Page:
For Walter and Shirley Wang ’93, the adage “business isn’t personal” isn’t always the case. The Wangs have built two highly successful enterprises and they credit a foundation of strength, faith, and strong relationships for their achievements.
Shirley is the founder and CEO of Plastpro Inc., a fiberglass-door manufacturer, and Walter is president and CEO of JM Eagle, the world’s largest PVC pipe manufacturer. The couple recently shared their story as part of the Family Business Program’s Brown Brothers Harriman Family Business Leadership Speaker Series, telling the audience that resilience is necessary above all else to be successful in business.
Born into a family of hardworking matriarchs, Shirley was extremely focused from a young age on professional success. “My grandmother was a businesswoman even though she was a mother at 17.” Though marriage was the furthest thing from Shirley’s mind, she met Walter two weeks after graduating from UCLA and married him six months later. “I had a plan in my head of exactly what I would be doing at every age, but plans change,” she told the audience with a contagious smile.
After working briefly in advertising, Shirley earned her MBA at Columbia with her sights set on a finance career. But upon landing a job at Citibank, she felt unfulfilled professionally, and pounced when her sister-in-law brought up the idea of getting into the door-manufacturing business. “I said, ‘I’ll do it!’” she recalled, laughing.
Her husband also recounted his path from, to, and into family business. “My grandfather was very poor,” Walter said. “My father only received a sixth-grade education. One day my grandfather became sick, and when my father took him to the hospital they would not treat him, and he passed away. My father swore that if he made it one day he would make a system that treated everyone equally.”
Walter’s father went on to build a thriving plastics business, which became one of the largest businesses in Taiwan and a global success. But when Walter moved with his mother to California, they were cut off from the family business and struggled financially.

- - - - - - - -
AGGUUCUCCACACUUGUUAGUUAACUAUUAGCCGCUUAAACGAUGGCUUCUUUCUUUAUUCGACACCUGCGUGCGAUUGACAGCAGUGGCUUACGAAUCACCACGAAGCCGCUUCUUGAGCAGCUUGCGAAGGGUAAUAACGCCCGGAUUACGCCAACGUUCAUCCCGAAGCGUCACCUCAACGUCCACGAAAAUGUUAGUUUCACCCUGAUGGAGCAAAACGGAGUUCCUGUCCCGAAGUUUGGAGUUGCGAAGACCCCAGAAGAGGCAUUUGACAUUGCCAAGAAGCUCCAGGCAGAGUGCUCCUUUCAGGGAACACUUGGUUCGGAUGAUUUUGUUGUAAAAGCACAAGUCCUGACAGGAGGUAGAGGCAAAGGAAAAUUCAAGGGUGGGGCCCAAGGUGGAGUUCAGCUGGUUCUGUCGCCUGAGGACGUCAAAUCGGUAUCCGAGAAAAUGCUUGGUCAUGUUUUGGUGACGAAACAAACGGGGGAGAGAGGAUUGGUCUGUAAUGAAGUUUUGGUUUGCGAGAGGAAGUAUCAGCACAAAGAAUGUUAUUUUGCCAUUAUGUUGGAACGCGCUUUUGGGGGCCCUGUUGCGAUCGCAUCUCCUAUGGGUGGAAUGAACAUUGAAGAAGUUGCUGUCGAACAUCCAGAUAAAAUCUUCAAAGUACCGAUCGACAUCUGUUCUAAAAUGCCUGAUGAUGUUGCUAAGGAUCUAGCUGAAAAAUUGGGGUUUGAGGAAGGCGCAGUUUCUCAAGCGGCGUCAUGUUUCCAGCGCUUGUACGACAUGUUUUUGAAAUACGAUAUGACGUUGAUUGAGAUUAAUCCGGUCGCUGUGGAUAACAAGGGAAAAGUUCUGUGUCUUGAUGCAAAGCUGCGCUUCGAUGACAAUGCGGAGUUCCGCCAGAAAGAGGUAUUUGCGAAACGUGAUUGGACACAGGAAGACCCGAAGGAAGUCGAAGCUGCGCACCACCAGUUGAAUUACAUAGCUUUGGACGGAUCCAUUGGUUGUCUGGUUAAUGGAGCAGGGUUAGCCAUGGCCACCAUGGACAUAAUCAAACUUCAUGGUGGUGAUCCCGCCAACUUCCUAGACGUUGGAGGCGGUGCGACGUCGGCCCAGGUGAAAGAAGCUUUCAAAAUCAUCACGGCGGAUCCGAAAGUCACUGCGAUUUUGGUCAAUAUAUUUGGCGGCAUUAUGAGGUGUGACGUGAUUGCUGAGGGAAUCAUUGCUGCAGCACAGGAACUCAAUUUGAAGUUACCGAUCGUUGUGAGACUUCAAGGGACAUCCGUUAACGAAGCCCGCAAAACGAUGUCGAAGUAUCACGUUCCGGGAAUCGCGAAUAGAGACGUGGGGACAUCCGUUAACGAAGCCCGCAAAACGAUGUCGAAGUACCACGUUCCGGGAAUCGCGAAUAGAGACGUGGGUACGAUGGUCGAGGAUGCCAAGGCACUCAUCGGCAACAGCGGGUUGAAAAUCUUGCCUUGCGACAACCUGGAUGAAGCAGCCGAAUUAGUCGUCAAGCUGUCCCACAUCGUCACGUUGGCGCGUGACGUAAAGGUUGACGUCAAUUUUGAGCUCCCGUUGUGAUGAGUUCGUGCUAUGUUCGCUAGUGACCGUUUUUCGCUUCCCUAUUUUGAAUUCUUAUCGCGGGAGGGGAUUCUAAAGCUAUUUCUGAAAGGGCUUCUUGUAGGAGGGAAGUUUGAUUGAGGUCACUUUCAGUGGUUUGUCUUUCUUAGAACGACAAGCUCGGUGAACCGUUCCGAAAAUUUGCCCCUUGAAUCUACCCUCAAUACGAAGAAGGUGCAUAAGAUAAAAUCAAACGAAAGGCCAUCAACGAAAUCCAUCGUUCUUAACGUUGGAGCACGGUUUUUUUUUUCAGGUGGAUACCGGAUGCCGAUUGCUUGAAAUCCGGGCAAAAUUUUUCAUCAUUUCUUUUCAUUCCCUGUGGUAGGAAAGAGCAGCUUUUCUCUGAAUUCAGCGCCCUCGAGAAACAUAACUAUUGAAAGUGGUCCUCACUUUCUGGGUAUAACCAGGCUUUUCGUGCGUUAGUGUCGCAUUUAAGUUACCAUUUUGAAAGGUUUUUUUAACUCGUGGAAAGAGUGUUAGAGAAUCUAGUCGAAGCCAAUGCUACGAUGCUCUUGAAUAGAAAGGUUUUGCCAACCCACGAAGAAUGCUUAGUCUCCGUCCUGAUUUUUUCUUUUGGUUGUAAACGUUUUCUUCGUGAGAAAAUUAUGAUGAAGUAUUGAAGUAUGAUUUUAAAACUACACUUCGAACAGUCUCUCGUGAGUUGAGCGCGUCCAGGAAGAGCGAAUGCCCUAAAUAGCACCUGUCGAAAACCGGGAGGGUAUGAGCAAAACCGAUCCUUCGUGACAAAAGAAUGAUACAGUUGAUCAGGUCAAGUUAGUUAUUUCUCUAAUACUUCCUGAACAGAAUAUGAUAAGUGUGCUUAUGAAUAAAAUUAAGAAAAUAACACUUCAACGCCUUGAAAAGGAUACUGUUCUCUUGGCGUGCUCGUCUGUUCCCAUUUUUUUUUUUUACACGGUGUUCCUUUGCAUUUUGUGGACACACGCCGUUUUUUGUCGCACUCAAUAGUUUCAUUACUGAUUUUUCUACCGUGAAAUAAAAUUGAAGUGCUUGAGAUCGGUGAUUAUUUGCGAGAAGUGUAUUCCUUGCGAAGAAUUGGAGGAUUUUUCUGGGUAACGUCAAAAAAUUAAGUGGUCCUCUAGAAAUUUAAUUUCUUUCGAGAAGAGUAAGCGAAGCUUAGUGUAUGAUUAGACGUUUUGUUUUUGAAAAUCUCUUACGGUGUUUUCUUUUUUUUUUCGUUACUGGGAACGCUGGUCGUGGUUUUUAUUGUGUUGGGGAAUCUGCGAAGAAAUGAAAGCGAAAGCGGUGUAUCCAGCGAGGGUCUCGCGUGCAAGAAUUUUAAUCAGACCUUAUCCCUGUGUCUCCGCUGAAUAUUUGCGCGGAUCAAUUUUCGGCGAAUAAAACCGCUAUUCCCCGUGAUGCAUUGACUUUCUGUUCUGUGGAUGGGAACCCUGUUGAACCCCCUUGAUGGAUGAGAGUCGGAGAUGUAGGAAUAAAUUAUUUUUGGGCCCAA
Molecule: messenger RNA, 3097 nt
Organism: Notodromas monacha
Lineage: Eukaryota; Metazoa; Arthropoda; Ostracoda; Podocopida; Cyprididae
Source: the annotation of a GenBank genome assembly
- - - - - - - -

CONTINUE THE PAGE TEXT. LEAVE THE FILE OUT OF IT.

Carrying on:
As a young adult, Walter returned to Taiwan to work in his father’s factories for a year. “I would eat lunch with the workers from my lunchbox,” he recalled, “I got to know them well, their families, their hearts.”
Walter decided he wanted to make his own mark and began discussing with his father how he might do so. His father made him an offer: purchase the company at 10 percent above market value. Walter took out a loan for $100 million and purchased his father’s company for $330 million – the $30 million surcharge tacked on by his father to show that the transaction was purely business, and that he was not handing him the keys to the family kingdom.
Merely 10 days after signing the paperwork to officially purchase JM Eagle, Walter was diagnosed with stage-four nasal cancer. “I was told I would not live more than one year,” he recalled, “but my wife said, ‘I don’t believe in statistics.’ You can overcome any statistic with love and faith.”
He underwent cancer treatment while heading his new company. He drew on the lessons he learned from that first year, during which he gained a deeper understanding of the human aspect of business and leaned on his wife for strength. “We always reference statistics,” added Shirley, “but remember that all of us are a new number, and we can make those statistics go up. Every single person will be hit with a trial or tribulation – regardless of money or fame – and no matter what hits you, you need to keep walking through it.”
The couple’s philosophies on life translate directly into their business practices – from being deeply involved in philanthropy to valuing their employees on a personal level – particularly when it comes to working with loved ones. They also say they strive every day to leave their business at the office so there is space between their work and family lives. Finally, the Wangs told the audience that they make it a point to teach their three children all they can about their businesses to ensure that their ethics are passed to the next generation. “Children need to know that your family’s values system is ingrained in your corporate culture,” said Walter.